CEA president sends letter to every member of U.S. Senate laying out consequences of potentially devastating new tax

HOUSTON – June 16, 2010   Crude oil prices are on the rise again, and a significant portion of U.S. offshore energy production is currently on the shelf owing to a deepwater moratorium put in place by the administration.

Against that backdrop, Consumer Energy Alliance (CEA) president David Holt sent a letter to every member of the U.S. Senate this week urging the lawmakers to consider the consequences of imposing a new, and potentially crippling $10.8 billion tax on those who find, produce, deliver – and consume — affordable energy in America.

The text of Holt’s letter to U.S. Sen. Max Baucus (D-Mont.), chairman of the Senate Finance Committee, is included below (and accessible online here):

June 15, 2010
The Honorable Max Baucus
United States Senator
511 Hart Senate Office Building
Washington, D.C. 20510

Dear Senator Baucus:

Consumer Energy Alliance (CEA) is writing regarding the American Jobs and Closing Tax Loopholes Act of 2010 (the “Tax Extenders bill”), which will be taken up by both the House and Senate in the near future. CEA broadly supports efforts to encourage energy efficiency and the development of alternative and renewable energy through targeted tax incentives such as those provided in this legislation. We are concerned, however, that provisions in the legislation will amount to a massive tax increase on the truckers, airlines, farmers, motorists, and energy consumers of America.

CEA is a nonprofit, nonpartisan organization made up of 145 affiliate members and more than 280,000 grassroots supporters who support the thoughtful utilization of energy resources in order to help ensure improved domestic and global energy security and stable prices for consumers.

As an organization that is devoted to the development of all energy resources – including alternative, renewable and conventional – CEA enthusiastically applauds the inclusion of provisions extending tax credits for the production of biodiesel, renewable diesel, biomass-based electricity and alternative fuels or alternative fuel mixtures in the Tax Extenders package. The use of targeted tax credits such as these will foster efforts to develop alternative and renewable fuels and reduce energy consumption, which will help reduce our dependence on imported energy and reduce energy-related pollution.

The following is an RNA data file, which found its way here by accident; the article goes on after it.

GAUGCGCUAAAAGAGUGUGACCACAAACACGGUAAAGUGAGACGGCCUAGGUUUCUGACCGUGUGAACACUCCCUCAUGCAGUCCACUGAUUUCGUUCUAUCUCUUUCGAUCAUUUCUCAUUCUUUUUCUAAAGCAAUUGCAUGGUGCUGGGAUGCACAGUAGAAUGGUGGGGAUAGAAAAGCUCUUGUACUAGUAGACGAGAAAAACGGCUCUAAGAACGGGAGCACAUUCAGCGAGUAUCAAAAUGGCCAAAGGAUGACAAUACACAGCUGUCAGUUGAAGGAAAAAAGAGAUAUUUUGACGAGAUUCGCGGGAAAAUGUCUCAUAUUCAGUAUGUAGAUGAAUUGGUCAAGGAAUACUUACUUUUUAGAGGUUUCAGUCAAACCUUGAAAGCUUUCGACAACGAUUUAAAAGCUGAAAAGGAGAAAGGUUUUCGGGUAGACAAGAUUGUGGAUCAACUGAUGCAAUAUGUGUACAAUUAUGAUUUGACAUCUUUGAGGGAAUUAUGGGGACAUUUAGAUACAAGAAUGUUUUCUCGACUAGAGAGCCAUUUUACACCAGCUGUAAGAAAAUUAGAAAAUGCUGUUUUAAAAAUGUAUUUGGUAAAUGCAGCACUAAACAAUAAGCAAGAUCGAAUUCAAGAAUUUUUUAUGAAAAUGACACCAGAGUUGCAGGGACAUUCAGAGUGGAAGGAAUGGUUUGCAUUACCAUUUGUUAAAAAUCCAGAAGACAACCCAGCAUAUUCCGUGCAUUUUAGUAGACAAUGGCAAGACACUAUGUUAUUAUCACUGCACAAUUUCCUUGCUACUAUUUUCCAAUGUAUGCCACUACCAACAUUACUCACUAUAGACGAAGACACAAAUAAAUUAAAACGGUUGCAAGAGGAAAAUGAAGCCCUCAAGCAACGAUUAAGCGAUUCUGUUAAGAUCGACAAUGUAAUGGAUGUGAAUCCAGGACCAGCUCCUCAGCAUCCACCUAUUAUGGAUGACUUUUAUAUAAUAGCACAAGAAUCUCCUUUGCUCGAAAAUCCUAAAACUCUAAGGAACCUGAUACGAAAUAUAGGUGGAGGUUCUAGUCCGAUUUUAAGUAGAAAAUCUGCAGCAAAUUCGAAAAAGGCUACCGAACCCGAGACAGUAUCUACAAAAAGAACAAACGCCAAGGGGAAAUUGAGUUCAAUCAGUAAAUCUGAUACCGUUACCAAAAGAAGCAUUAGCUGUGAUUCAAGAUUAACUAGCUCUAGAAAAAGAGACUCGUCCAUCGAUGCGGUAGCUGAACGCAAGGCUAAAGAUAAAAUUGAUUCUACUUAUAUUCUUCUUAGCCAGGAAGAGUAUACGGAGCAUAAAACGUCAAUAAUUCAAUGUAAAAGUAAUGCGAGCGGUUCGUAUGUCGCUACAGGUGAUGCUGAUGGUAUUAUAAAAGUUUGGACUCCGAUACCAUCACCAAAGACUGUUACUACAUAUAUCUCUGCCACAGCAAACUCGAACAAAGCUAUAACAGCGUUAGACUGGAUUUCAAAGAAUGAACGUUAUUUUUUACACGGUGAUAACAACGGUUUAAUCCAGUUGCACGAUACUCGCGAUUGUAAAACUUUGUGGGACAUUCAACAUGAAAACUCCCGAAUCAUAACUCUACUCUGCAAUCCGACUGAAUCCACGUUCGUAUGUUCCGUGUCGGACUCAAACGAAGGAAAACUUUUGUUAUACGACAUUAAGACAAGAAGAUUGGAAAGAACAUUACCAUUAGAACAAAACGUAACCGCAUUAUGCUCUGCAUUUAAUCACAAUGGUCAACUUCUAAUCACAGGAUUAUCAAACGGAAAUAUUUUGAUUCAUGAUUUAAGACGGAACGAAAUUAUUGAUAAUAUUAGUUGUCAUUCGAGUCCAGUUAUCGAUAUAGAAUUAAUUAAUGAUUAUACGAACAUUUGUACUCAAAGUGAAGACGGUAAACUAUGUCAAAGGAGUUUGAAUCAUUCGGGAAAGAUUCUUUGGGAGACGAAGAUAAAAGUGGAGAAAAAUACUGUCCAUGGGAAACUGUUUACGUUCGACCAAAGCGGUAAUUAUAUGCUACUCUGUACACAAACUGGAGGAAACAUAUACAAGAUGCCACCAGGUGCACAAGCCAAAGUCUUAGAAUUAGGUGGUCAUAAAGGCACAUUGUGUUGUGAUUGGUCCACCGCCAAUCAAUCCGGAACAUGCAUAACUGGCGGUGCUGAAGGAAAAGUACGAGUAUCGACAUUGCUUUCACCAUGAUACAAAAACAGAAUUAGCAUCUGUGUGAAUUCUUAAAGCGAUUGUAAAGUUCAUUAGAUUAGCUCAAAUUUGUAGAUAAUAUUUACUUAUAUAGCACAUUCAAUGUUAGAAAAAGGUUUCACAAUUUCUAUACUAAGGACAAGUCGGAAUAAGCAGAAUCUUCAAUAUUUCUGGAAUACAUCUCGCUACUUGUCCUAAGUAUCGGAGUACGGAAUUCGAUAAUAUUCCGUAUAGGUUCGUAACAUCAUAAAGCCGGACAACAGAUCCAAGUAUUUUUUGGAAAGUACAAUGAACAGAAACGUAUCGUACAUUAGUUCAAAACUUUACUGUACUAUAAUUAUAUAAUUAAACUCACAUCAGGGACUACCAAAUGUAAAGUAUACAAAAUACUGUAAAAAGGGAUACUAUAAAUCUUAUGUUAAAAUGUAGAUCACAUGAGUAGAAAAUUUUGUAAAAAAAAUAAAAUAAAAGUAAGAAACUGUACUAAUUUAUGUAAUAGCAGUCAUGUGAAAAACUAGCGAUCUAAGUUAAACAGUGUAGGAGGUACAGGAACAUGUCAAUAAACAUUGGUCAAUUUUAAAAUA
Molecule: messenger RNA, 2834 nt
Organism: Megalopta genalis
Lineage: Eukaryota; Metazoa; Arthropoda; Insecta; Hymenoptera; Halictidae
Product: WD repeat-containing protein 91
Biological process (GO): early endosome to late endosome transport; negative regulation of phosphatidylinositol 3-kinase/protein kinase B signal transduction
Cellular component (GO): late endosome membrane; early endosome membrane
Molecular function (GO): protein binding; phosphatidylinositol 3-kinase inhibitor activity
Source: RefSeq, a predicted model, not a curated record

However, CEA is deeply concerned about provisions of this legislation that would increase the taxes that fund the Oil Spill Liability Trust Fund. The Joint Tax Committee has estimated that raising these taxes from 8 cents per barrel to 32 cents per barrel would amount to a $10.8 billion tax increase on American energy production.

Raising taxes on oil production will have a disproportionate impact on small and independent producers, which will decrease investment in oil production and result in higher crude prices. These higher oil prices will lead directly to higher home heating oil, gasoline and diesel prices – costs which will be borne by energy consumers, as we learned during the energy price spikes of 2008. During the run-up, historically high gasoline, diesel and jet fuel prices led to the closure of over 4,200 trucking companies, as well as forcing more than a dozen airlines out of business and eliminating the jobs of 360,000 workers.

Consumer Energy Alliance respectfully requests your support for amending the Revenue Offsets provisions raising the Oil Spill Liability Trust Fund in the Tax Extenders bill to ensure that the language provides appropriate targeted tax incentives to promote renewable and alternative energy development and energy efficiency – without enacting a $10.8 billion transportation fuels tax increase that would harm American consumers.


David E. Holt
Consumer Energy Alliance